On Saturday, December 4th 2010 I joined a psychogeophysics workshop by Martin Howse in Worm (Delfshaven, Rotterdam). Martin had brought an interesting collection of experimental electronics.
Martin was in Rotterdam with Kathrin Günter, a German artist who does original things with film and photography and who had given a workshop the previous day.
As evening was falling we went outside with the receivers and laptops - and with a collection of improvised "dowsing" objects. These were built from random urban debris that were found the previous day.
It is difficult to describe the atmosphere of a Martin Howse workshop. Maybe the best approximation is the following story from the Internet. It is one of my favourites. Martin Howse's style comes close to the "research" that is described in the story, but it does not use pendulums or dowsing rods. But Martin's electronics simulate dowsing ... and inspire further research.
My favourite dowsing story. I give a few excerpts below. You can read the full story here.
Another "Taos Hum" aspect from Stefan Lofstrand in Sweden
In the fall of 1996 I first noticed the sound that is dubbed "The Taos Hum". Since I have one of the major air force bases in line of sight and major war industries less than 12 kilometres away on the other side of the mountain, my first assumption was that the humming sound emanated from a secret tunnelling operation.
Mysterious sounds and hums are quite common and we even have one in Rotterdam.
... Soon the snow covered the Hunneberg. I did not care for stamping my foot prints on the flat mountain roof, so for the winter I traced the progress of the tunnel boring machine with my pendulum on the map. After a couple of months I had logged the speed of the tunneling rig to some 1.2 km/month.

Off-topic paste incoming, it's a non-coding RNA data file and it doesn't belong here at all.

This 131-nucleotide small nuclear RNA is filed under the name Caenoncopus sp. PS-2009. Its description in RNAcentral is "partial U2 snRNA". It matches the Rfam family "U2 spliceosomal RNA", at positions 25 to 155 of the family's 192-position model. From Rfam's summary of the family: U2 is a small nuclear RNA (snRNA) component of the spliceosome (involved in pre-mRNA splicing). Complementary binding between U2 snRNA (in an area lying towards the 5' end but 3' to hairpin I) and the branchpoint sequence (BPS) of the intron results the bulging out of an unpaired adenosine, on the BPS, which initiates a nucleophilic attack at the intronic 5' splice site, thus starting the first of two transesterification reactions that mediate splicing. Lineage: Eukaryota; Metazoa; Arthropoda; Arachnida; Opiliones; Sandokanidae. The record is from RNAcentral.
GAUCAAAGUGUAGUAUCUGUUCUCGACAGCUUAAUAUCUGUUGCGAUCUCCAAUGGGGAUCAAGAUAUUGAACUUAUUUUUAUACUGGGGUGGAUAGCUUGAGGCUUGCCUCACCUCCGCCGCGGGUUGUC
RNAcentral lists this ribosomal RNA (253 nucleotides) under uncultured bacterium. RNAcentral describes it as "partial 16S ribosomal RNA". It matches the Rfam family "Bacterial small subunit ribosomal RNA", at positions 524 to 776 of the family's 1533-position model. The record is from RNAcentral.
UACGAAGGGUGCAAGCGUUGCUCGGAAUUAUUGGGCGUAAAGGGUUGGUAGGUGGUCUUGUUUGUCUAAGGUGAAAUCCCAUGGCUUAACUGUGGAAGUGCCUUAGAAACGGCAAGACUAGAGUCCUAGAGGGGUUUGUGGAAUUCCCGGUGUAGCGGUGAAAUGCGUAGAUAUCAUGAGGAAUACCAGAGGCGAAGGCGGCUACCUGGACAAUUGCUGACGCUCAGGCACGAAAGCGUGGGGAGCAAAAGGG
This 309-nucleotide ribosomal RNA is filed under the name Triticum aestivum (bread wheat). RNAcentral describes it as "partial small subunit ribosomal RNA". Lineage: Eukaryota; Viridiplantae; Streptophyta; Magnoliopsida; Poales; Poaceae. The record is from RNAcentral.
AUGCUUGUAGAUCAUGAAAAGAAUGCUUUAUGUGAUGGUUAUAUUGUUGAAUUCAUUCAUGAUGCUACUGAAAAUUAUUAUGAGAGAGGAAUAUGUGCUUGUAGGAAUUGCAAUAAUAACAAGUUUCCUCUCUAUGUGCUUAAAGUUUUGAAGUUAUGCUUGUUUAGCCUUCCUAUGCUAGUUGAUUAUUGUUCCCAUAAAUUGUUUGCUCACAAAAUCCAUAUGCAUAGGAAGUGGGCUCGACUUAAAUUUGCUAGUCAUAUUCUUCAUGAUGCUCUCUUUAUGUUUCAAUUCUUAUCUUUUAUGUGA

Dowsing and remote viewing are interesting techniques. Invisible objects are revealed. They may not be real, but they are always surprising.
... I came across a complex of buildings that were not marked on the map - with a function and proprietor that I feel legally prohibited to divulge in a public medium - hidden in the woods close by the tunnel. At the opposite side of the tunnel I found a major asphalt production plant run by the Swedish Road Administration, situated in a day break where macadam evidently had been produced for several decades. There was also an entrance to the underground with a conveyor belt for crushed rock, which lay in huge mounds on the premises. Whether these mounds had a connection with the present tunneling operation, or with earlier excavations, I cannot say. Only that asphalt production is a convenient way to dispose of excavated rock.
Mysterious - possibly secret - building complexes are always worth visiting. We have a few in Rotterdam also.
When you are stalking "secrets" you simply feel and follow the pull of your object of gravitation, until you have reached the sign "Secret". If it is a secret that the object is secret, you will soon be discretely stalked upon. Pulling the spiders web of surveillance always attracts the spider. To consummate my field trip I first picked up a tail, then made a sudden U- turn. Since it is also a secret that you are being observed, this inverts an unwritten rule I did not co-author. Let it be no secret: reckless driving is my hobby. I also carry a formidable weapon. A camera.
Building conspiracy theories and creating an artificial state of paranoia is a positive creative process. I'm not very good at this, but I admire it in others, who are more talented. And who knows ... maybe yhe paranoids notice phenomena that escape us. Let's give Stefan Lofstrand the last word:
Perhaps those who can not hear the hum should have their ears examined. But the cure for not being able to hear the hum is often very simple. I believe it is due to "myopic hearing (myotic?) caused by the urbanized life style. City people are not used to listening. They tend to only detect sounds carrying immediate information from sources near by. When I have instructed people that could not hear the hum to stop listening for a plastic duck sitting on the table in front of them, saying "yap yap", but to listen for a hundred horses running across a wooden bridge five kilometers away, everybody could hear the hum.